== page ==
What long-term accuracy ?. How accurately can it be set when you change the battery ?
The main advantage of an atomic clock is its high resolution NOT its long term ( millennia) stability
how does a little analogue display let you use it ?
More to the point - how long does the battery last ?
"UK unaware "
There has been plenty of news coverage here, not with any great technical detail though. Coverage has also included other countries' reactions.
Shouldn't that be "we will short-change the world again"
"finest keyboards the galaxy has ever seen"
Presumably the product of the Sirius Cybernetic Corporation - hopefully there's a wall looming
"still looking for a network smb file browser for andriod"
I set our file server to use Samba just to allow my wife's Android phone and tablet. She uses File Expert and you connect using ( from my memory) something like tools-network-client.
"Free movement of EU nationals within the EU is a noble idea but how do you do resource planning if you can't even answer the question..."
Well how does everyone else manage ? Different countries have different processes and efficiencies but most seems to cope.
"Technically, if you're a British subject then you can't be denied entry at the border."
Certainly my mother returning to the UK, having lost her passport a couple of hours earlier, was allowed in without it at Calais with only the briefest of form filling.
"How's it supposed to work anyway? "
I like the way you put this. Go to an enormous amount of time and money to generate two enormous lists ( no doubt with inaccuracies ) and then subtract to get a small list that has cost £????? and is still, no doubt, rather inaccurate
"Ferries from Dover to Calais "
By car there will normally be no-one bothered at the French check after which you can drive to the ferry company booth and the only check there uses number plate recognition and "Are you Mr xxxxxxx ?"
Additionally you might be stopped by security to check the vehicle ( for bombs or whatever) - this has never happened in dozens of car crossings but is fairly common in our motorhome
Nobody has checked my passport outbound from Dover for years and I travel 3-4 times a year. The only check I expect on our current journey (I'm in Switzerland at the moment UK-France-Switzerland-Italy-Switzerland-France-UK ) is the UK check at Calais
"this was a discussion for adults,"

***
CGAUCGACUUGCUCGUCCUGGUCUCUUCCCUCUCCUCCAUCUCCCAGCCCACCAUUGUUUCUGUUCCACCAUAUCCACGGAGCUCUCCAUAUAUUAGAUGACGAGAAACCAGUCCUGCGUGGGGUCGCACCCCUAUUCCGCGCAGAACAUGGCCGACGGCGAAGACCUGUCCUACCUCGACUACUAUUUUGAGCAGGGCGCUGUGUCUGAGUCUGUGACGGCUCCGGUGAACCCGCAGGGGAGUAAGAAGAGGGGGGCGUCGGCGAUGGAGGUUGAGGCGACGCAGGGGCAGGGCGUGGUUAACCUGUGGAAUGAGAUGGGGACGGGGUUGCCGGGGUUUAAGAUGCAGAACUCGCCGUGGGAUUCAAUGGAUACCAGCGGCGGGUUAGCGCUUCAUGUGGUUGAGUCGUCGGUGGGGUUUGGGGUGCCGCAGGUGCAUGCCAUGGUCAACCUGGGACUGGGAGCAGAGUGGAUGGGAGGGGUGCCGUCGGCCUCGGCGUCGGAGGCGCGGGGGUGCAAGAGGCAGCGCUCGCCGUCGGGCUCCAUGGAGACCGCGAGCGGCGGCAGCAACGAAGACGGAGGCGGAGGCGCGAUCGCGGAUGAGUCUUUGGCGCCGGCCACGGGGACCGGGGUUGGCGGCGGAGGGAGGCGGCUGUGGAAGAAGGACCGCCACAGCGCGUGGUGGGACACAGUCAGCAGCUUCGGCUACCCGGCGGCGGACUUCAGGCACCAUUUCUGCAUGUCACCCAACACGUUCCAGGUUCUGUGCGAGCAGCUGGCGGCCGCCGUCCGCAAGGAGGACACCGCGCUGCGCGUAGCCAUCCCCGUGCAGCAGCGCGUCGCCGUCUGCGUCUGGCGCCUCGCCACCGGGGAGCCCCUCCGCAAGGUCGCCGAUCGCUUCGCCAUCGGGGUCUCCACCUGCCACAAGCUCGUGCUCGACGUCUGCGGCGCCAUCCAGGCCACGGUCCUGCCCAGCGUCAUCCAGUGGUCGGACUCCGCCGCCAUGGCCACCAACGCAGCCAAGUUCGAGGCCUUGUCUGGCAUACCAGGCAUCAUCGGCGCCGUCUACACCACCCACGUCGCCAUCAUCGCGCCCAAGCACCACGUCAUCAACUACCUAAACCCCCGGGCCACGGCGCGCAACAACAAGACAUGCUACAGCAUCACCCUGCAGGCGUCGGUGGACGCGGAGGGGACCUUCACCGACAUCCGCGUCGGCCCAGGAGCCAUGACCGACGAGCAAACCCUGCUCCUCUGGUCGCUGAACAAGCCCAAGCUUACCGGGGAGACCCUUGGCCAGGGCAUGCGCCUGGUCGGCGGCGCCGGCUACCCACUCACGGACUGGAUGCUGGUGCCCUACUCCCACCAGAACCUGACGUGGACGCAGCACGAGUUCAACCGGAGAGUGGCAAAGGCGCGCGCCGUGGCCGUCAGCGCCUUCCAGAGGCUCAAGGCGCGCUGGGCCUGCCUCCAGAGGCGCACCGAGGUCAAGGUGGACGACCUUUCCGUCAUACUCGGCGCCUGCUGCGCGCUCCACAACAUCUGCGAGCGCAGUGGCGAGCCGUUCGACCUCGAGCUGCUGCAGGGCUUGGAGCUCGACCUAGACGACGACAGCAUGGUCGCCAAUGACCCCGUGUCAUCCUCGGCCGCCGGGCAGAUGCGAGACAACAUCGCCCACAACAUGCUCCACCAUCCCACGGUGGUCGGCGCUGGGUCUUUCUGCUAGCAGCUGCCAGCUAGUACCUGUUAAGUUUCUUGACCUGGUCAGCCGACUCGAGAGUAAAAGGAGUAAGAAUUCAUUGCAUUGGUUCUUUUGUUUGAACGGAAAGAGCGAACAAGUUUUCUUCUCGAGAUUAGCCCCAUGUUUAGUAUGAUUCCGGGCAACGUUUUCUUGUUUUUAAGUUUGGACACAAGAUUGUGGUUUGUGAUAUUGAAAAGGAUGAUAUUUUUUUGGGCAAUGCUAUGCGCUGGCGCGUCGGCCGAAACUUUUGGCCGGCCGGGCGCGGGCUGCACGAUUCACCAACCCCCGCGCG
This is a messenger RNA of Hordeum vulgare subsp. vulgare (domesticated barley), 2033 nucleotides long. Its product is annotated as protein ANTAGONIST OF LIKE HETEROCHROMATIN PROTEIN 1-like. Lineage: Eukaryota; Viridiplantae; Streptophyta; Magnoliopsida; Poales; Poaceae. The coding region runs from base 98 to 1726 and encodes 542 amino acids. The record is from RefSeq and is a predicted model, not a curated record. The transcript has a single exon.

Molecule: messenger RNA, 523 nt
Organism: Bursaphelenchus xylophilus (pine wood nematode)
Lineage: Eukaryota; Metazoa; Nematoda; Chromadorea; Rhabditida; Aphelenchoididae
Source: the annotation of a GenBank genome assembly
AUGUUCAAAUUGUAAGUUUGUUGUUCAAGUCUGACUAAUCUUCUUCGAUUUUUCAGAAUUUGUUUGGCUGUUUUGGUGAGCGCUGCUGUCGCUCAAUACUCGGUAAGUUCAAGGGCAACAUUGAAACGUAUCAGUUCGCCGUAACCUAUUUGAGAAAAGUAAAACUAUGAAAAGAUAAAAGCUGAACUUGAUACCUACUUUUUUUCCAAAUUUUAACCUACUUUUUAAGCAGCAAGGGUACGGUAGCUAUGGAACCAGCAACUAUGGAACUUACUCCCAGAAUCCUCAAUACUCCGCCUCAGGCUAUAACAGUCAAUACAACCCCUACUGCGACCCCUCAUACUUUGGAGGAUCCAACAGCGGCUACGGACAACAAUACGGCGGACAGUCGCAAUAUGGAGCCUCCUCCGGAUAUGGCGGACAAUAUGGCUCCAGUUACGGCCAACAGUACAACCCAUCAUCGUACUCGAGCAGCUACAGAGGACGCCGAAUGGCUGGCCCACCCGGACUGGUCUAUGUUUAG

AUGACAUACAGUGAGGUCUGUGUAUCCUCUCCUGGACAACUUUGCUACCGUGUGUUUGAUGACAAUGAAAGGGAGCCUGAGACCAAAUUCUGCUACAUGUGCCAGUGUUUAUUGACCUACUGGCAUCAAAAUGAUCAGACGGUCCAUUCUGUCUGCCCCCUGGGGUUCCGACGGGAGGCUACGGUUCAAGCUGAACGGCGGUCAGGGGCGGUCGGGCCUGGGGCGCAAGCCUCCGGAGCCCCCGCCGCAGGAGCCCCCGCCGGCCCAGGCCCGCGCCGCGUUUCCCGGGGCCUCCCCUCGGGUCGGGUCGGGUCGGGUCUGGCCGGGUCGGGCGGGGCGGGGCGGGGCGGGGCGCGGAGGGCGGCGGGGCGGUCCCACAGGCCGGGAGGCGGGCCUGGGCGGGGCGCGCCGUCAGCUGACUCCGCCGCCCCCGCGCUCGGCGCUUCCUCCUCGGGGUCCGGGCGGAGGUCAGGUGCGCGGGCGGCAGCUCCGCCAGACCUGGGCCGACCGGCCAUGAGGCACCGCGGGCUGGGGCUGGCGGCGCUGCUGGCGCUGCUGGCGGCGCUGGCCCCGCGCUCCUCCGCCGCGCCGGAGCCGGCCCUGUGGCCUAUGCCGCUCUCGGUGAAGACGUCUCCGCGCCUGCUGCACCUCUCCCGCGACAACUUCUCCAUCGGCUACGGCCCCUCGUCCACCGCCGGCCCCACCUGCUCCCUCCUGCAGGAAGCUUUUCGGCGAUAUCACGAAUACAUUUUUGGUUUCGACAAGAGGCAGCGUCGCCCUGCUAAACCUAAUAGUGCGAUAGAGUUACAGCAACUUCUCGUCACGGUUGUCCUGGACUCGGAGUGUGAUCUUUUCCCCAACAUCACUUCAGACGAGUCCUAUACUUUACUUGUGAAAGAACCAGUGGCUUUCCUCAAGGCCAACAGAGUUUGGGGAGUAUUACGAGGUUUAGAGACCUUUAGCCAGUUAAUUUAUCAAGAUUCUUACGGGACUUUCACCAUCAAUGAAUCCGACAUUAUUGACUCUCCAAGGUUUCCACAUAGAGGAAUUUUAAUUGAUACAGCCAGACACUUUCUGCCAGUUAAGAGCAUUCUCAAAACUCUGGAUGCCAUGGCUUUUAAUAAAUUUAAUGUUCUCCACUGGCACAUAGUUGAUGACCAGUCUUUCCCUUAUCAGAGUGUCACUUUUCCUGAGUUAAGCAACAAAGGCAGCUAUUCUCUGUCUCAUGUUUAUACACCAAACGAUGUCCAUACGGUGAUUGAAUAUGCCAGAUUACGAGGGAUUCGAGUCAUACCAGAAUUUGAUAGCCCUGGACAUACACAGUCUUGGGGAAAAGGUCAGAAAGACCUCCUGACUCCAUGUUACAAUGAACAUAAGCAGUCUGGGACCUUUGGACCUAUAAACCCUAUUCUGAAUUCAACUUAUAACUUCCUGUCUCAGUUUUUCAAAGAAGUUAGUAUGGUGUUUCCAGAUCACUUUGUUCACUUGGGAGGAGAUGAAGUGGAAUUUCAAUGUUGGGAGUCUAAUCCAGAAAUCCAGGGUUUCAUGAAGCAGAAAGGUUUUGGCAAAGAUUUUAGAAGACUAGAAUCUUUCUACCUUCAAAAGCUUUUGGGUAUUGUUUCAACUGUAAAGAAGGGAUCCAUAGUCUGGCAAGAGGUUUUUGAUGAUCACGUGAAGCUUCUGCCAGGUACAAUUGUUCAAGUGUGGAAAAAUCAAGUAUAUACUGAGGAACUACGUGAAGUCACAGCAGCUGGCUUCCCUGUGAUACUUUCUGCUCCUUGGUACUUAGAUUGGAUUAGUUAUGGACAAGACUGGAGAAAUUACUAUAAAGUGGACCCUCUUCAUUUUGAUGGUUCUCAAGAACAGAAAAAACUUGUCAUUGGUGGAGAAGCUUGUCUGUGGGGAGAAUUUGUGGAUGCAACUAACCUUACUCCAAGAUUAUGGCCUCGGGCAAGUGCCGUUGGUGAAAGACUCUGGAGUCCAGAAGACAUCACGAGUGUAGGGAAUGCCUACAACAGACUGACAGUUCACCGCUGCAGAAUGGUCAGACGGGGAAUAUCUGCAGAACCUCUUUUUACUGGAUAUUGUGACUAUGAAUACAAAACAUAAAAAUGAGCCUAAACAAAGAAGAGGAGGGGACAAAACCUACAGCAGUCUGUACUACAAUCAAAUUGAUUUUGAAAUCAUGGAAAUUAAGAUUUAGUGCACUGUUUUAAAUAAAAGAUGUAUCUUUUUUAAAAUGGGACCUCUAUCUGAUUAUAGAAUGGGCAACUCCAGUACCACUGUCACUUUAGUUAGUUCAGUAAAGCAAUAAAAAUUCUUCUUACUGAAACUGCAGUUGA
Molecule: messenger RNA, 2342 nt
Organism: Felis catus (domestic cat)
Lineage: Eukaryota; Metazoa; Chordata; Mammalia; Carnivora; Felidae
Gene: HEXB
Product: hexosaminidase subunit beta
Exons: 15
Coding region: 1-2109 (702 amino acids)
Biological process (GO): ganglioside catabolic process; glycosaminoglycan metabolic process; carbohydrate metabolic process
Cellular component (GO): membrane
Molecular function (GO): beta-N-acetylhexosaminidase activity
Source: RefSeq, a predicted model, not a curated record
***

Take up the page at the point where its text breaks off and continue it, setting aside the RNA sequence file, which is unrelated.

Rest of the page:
Just reiterating the tired old stuff about "And we all know Linux is notorious for its many, many bugs that the kernel devs should classify as security vulnerabilities, but refuse to do so."
makes you sound VERY like an AC who posts here repeatedly just using the same words without giving any evidence as to the number of serious or important vulnerabilities.
"(Not the same AC, BTW)"
ALL ACs are the same. The only genuine reason for using AC is to prevent identification because the poster has sensitive knowledge.
Sh*t-stirrers are sh*t-stirrers esp. if they are ACs - nothing more.
So you think NSA 'man in the middles' ALL distro downloads AND serves up fake checksums AND fiddles with all the generated on-the-fly special distros that many distro sites provide like OpenSUSE Studio and Porteus
Put like that it seems very likely !
Naturally !! 'cos sh*t-stirrers need to be
"I'd compromise a distribution rather than the source."
LOTS of distros though - going to compromise all of them ?. As a certain AC is fond of telling us Linux is only 1%, so what is any one distro ?
"And we all know Linux is notorious for its many, many bugs "
Oh, it's you again - please go away - this is for adults
So wrong again...."
NO as usual you have posted a ref. that is actually AGAINST your own argument. If you'd posted the whole of the wiki ref. you'd have shown the 13000 migrated by 2013
November 2008: 1200 out of 14,000 have migrated to the LiMux environment ........
.......November 23, 2012: Report shows that the savings brought in using LiMux environment are over 10 million euros
January 2013: About 13,000 LiMux PC-workstations